Global post-Brexit relief rally continued to push Asian stocks higher on Thursday, after U.S. stocks ended yesterday’s session sharply to the upside, recovering more than half of its losses triggered by the Brexit vote, and the FTSE 100 erasing all losses made in the two-days selloff.
The two-days rally in equity markets suggest that some investors are becoming less worried on the economic impact a Brexit might cause in the foreseeable future as central banks and policy makers stand ready to intervene whenever needed. However, fixed income markets disagree and flight to safety pushed many sovereign debt yields to new historic lows. According to Fitch, the amount of negative-yielding global debt jumped to $11.7 trillion, a 12.5% higher than end of last month. The mixed signals provided by different market participants suggests one certain thing “more volatility ahead”.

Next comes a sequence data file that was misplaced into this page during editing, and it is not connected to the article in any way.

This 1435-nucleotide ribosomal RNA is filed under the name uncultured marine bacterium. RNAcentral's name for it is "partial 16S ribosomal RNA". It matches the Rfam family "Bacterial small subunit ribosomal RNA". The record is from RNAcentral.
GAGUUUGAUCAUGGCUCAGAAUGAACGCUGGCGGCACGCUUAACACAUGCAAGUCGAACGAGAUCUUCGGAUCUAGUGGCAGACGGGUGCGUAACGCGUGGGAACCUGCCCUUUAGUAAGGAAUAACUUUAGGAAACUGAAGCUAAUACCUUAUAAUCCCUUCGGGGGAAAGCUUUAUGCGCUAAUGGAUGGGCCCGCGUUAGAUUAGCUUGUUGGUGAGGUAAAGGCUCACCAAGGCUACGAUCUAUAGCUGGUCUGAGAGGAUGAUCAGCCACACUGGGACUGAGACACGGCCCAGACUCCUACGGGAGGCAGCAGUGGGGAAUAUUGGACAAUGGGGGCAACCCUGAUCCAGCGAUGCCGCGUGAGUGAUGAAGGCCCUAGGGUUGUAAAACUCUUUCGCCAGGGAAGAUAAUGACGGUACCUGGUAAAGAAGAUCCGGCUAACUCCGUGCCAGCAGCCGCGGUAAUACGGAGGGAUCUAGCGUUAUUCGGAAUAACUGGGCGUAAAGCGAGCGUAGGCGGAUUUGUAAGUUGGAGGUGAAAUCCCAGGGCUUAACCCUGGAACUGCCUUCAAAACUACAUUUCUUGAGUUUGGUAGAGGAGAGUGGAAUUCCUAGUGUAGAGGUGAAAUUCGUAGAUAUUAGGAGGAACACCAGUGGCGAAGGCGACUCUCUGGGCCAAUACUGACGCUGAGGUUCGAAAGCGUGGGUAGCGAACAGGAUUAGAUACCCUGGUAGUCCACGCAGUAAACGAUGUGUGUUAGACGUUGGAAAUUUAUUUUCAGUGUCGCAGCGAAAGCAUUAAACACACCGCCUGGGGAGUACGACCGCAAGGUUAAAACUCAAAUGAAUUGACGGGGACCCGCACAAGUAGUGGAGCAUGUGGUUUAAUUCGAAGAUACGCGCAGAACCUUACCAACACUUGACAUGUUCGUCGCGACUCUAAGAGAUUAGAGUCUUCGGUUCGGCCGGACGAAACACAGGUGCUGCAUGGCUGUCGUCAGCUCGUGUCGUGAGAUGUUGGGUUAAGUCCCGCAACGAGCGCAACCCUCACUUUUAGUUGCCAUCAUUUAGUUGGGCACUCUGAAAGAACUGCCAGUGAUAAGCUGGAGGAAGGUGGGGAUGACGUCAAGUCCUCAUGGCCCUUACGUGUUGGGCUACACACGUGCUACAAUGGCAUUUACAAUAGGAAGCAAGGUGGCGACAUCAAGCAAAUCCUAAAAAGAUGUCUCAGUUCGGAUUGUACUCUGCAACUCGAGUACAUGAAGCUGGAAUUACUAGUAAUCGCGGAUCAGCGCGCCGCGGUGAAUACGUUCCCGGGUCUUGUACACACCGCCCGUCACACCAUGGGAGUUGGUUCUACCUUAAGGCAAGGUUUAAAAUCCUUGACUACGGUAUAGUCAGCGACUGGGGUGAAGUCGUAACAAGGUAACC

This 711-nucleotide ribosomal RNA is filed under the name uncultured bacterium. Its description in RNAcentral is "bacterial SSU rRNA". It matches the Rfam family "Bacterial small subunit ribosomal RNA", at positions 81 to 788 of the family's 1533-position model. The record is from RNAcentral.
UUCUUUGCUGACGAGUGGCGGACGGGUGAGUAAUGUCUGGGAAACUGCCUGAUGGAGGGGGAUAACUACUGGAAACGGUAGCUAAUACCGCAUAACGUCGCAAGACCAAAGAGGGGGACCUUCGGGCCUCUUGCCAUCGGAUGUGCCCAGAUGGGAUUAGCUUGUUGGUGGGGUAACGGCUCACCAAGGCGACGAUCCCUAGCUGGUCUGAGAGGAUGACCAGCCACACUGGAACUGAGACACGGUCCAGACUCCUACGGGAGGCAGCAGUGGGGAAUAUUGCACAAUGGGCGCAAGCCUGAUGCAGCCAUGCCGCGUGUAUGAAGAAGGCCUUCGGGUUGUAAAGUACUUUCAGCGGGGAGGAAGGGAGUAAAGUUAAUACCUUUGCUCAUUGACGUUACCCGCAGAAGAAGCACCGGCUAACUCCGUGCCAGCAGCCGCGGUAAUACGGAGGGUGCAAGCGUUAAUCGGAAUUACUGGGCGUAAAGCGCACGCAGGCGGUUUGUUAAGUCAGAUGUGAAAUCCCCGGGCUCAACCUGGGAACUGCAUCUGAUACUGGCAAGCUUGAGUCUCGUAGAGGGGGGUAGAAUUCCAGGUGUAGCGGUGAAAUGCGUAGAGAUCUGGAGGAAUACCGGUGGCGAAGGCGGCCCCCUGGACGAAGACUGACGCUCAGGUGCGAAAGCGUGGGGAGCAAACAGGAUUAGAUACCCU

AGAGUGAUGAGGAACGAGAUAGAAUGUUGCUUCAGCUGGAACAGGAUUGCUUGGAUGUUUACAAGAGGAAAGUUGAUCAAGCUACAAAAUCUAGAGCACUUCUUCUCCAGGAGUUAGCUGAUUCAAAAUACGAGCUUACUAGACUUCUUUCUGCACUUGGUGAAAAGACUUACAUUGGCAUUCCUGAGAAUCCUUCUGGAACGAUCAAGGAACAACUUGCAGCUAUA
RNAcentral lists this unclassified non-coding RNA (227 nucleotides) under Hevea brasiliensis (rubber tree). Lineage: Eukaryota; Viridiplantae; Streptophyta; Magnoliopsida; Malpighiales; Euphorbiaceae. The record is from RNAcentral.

Oil prices gave up some of Wednesdays gains with Brent trading below $50 per barrel as fears over Norway’s strike abated, where a pay dispute involving more than 700 workers at seven producing fields was expected to impact more than a fifth of the country’s output. Oil was the best performing asset in first half 2016, gaining more than 34% assuming it closes today around $50. No doubt the numerous production outages played a major role in the rally, but the range bound movement since mid-May provided some good vibes in financial markets after being the major source of uncertainty in 2015 and first couple of weeks in 2016.
In currency markets, sterling bears were trying to take back control before European markets opens. GBPUSD managed to recover 400 pips from Monday’s low after dropping by more than 11% in the two-days post Brexit vote. Equity traders shouldn’t ignore sterling moves as it’s likely to play a major role in identifying risk on/off days. On the data front UK’s final Q1 GDP is due to release and expected to come in line with previous reading of 0.4% growth, but taking into consideration that this is a lagging indicator and investors are more interested in knowing whether UK will fall into recession later in 2016 or 2017, the released data will have little impact on the currency direction.Publication source